Niles Barnes - Reader Blog 2

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The classic smith rock landscape. Photo by Niles Barnes / nilesman.blogspot.com

The classic smith rock landscape. Photo by Niles Barnes / nilesman.blogspot.com

Smith Rock, Oregon

Climbers are some of the most immature people on the face of the earth and I mean that in a very good way. It is precisely because of this immaturity, that I think climbers are actually some of the most evolved and advanced group of people I have ever known. As I discovered on a climbing trip to Smith Rock, the human species has in fact naturally evolved by retaining immature characteristics. Part of what draws me to climbing is this spirit of neoteny (remaining young).

One of my most memorable climbing trips was when I traveled back to Smith Rock with my buddy John Schrader in March of 2007. I bought a copy of Still Life with Woodpecker, a Tom Robbins novel, right before we departed.

About halfway through reading it on the trip, I came across this passage:

John busting out some yoga action. Photo by Niles Barnes / nilesman.blogspot.com

John busting out some yoga action. Photo by Niles Barnes / nilesman.blogspot.com

John Schrader coming down the Monkey Face. Photo by Niles Barnes / nilesman.blogspot.com

John Schrader coming down the Monkey Face. Photo by Niles Barnes / nilesman.blogspot.com

"Behavioral traits such as curiosity of the world, flexibility of response, and playfulness are common to practically all young mammals but are usually lost with the onset of maturity in all but humans. Humanity has advanced, when it has advanced, not because it has been sober, responsible, and cautious, but because it has been playful, rebellious and immature”

The passage captured exactly how I feel about many of the climbers I have met over the years - they remain young through the adventure and never ending journey of discovering the best rock to pull on and coolest ice to climb.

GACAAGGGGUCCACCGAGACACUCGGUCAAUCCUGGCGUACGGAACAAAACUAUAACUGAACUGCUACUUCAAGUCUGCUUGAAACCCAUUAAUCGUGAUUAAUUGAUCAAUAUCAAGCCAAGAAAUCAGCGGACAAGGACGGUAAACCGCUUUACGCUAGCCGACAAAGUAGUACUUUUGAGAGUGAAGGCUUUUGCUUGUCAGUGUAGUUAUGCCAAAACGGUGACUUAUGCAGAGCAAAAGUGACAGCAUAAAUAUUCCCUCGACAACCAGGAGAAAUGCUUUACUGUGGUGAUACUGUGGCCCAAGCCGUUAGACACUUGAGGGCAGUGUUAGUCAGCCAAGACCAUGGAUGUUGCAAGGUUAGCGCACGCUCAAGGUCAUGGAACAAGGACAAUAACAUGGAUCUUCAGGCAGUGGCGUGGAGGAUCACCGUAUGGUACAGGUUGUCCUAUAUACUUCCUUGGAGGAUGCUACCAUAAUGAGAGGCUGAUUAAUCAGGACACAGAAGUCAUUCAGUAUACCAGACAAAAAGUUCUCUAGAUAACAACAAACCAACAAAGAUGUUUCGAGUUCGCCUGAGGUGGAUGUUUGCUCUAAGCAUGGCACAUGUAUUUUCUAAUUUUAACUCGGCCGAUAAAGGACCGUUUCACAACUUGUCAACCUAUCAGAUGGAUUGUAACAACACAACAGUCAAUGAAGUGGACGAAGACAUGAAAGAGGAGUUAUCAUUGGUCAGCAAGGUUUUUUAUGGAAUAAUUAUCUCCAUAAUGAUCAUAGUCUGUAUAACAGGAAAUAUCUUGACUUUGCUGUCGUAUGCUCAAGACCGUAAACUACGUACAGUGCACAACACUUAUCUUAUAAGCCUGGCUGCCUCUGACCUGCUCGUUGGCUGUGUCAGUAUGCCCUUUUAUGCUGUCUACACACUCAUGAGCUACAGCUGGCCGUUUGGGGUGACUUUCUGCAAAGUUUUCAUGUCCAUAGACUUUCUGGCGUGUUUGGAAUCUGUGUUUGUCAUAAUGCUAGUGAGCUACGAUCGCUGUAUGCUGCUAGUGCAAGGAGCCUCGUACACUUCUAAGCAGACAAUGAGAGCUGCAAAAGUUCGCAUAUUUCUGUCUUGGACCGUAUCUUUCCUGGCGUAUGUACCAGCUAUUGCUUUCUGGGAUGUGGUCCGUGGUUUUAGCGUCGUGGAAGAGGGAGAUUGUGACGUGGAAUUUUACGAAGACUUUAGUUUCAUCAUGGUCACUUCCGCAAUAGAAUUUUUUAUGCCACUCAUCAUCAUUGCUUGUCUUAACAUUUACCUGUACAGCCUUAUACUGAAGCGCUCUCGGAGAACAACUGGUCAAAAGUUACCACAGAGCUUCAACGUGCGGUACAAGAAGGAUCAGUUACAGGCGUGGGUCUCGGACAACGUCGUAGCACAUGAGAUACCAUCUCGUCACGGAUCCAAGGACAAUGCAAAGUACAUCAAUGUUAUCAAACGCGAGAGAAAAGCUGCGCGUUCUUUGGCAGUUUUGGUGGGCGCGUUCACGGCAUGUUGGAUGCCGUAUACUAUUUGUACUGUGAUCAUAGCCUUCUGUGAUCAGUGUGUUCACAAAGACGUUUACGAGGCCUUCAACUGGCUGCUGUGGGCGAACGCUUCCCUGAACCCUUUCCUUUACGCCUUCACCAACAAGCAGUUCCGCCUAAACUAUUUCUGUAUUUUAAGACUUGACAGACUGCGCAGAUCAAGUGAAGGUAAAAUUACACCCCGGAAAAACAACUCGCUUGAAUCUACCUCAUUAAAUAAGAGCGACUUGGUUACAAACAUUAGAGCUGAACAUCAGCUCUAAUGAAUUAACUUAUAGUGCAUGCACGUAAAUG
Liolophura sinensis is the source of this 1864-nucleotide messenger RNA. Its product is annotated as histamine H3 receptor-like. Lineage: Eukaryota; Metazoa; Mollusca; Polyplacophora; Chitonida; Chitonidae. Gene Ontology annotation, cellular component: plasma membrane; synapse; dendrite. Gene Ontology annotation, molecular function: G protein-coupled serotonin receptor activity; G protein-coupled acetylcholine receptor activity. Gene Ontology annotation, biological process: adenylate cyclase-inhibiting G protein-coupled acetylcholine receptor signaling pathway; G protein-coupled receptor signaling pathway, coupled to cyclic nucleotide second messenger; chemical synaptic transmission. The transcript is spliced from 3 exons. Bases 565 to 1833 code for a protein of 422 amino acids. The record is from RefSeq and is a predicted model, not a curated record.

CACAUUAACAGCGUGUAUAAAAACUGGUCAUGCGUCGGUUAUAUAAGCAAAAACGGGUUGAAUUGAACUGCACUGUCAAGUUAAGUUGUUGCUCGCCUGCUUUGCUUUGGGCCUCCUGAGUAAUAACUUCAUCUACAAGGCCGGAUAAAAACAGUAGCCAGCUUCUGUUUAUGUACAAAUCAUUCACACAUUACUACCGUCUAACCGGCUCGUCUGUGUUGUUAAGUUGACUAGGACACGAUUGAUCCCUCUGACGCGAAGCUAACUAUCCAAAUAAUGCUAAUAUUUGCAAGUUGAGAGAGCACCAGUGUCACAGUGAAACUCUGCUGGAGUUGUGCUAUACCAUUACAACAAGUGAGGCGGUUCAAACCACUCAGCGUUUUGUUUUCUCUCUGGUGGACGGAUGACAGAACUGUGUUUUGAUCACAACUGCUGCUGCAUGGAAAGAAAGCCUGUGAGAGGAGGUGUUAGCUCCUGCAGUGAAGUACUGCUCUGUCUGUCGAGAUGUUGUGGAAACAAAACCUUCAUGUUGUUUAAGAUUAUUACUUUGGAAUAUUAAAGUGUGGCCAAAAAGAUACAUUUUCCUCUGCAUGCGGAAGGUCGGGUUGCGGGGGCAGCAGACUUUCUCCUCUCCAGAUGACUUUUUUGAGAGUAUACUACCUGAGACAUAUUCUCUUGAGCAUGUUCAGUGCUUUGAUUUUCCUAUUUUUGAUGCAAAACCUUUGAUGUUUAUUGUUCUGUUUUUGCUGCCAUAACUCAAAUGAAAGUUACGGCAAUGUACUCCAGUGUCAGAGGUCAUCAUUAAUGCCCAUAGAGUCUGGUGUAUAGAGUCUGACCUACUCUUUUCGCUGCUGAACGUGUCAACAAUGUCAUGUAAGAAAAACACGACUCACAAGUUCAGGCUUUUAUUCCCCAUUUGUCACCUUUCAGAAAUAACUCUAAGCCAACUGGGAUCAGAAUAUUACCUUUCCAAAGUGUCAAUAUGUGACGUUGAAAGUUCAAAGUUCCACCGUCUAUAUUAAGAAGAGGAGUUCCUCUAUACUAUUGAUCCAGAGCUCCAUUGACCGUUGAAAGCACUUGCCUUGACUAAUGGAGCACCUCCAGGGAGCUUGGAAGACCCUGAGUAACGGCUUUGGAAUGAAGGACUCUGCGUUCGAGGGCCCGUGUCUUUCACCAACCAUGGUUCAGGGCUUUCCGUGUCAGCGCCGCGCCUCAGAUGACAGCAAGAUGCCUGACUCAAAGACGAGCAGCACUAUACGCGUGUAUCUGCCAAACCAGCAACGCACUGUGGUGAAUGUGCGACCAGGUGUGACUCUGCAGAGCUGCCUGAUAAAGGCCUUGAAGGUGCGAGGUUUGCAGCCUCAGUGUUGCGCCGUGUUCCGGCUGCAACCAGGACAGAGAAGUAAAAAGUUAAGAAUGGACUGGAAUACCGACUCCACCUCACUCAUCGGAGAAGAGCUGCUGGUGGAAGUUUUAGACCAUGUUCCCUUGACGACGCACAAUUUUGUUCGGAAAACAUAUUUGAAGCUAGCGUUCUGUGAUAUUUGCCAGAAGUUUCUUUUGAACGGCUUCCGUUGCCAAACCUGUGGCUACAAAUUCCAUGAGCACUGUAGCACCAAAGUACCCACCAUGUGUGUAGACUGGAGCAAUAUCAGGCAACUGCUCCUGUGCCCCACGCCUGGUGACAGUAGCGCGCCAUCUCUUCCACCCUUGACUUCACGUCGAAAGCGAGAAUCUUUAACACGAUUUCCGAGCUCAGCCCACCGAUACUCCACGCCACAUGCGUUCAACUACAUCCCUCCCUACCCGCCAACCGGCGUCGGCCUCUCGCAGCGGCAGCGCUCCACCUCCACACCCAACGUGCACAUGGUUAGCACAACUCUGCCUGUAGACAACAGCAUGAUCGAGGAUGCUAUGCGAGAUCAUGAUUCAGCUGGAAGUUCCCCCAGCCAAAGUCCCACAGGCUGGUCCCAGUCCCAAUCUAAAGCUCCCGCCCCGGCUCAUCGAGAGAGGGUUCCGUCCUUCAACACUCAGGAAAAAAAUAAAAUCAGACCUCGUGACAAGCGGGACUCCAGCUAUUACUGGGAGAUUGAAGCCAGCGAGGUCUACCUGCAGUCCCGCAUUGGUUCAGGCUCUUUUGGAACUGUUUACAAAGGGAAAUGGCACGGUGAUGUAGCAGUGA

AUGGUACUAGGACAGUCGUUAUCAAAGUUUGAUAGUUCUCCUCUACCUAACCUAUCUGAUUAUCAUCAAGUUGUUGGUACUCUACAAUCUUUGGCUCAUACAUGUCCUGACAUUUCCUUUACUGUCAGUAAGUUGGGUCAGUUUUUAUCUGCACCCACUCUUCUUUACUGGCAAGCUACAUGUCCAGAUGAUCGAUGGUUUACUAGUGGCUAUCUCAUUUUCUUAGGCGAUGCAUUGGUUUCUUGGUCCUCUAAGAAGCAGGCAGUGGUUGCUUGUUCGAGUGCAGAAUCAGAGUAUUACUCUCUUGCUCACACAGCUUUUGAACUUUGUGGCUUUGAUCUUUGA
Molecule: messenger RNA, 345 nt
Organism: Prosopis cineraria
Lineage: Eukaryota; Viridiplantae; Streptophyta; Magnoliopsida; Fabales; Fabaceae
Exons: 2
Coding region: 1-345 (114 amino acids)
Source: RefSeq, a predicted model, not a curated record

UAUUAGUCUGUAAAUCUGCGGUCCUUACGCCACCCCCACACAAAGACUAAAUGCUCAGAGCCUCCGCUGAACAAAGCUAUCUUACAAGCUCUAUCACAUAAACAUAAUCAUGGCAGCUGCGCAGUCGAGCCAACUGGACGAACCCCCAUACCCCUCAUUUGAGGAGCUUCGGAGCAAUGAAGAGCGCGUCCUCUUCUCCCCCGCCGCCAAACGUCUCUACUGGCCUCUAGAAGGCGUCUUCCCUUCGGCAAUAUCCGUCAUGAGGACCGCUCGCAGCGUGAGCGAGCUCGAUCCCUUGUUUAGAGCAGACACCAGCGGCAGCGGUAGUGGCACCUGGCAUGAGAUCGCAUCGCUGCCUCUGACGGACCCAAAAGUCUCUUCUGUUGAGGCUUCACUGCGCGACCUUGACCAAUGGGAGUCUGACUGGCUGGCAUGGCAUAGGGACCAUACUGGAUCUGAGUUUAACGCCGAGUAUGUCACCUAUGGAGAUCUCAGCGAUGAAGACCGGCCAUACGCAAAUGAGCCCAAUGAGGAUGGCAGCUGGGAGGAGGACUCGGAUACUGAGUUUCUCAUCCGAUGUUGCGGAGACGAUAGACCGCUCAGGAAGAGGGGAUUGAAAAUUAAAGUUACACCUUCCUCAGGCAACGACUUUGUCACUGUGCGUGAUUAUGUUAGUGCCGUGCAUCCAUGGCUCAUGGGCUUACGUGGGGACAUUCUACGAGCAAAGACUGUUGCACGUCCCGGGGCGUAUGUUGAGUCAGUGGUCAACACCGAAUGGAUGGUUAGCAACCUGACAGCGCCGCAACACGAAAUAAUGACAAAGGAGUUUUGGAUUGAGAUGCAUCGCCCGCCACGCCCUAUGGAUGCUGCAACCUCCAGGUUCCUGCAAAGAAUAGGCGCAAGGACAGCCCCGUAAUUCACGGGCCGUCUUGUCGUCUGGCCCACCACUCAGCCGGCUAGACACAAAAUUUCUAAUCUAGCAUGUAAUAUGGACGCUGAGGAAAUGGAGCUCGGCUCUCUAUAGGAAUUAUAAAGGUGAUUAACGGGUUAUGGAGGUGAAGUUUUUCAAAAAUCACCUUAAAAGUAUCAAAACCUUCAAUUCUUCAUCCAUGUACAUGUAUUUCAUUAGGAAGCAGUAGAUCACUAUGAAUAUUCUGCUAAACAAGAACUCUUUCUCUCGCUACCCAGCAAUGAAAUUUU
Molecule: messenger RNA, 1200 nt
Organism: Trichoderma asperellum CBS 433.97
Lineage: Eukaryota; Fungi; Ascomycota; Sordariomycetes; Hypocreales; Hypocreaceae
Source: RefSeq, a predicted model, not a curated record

Writing in the journal. Photo by Niles Barnes / nilesman.blogspot.com

Writing in the journal. Photo by Niles Barnes / nilesman.blogspot.com

I have a tendency to only keep a journal when I go on climbing trips. Months or years after the adventures have passed when I'm back in my normal work and life routine I’ll pull them out to receive that needed dose of adventure.

I recently flipped through to the last night I spent at Smith on that trip with John in 2007. It was my first (and I think last) attempt at stream of consciousness. Here’s what I was thinking that night as I scribbled in my notebook….Stop making sense and stop making excuses! Live as if your life depended on it. Live with explosive spirit, the type that can topple over the complacent and reawaken idle minds. Be free and true and love. Love in a way that is irresistible and full of passion. Watch the sun recede into the horizon more often with friends. Go on walks and shout and scream when your spirit feels the need. Don't ever be embarrassed of that beyond your control. Laugh, and be friendly. Smile as often as you can. Try things out even if you’re dubious. Embrace what you believe in to the fullest. Be wild eyed and graceful at the same time. Offend only when necessary and do so with respect and firmness. Don't waver too long. You can go back and change, have conviction.

As I think about the recent loss the climbing community has experienced with the passing of Jonny, Wade, and Micah those words resonate with me more than ever. Those guys and countless others lived their lives with explosive spirit, doing what they loved and not looking back. The best we can hope to do is to keep that passion alive.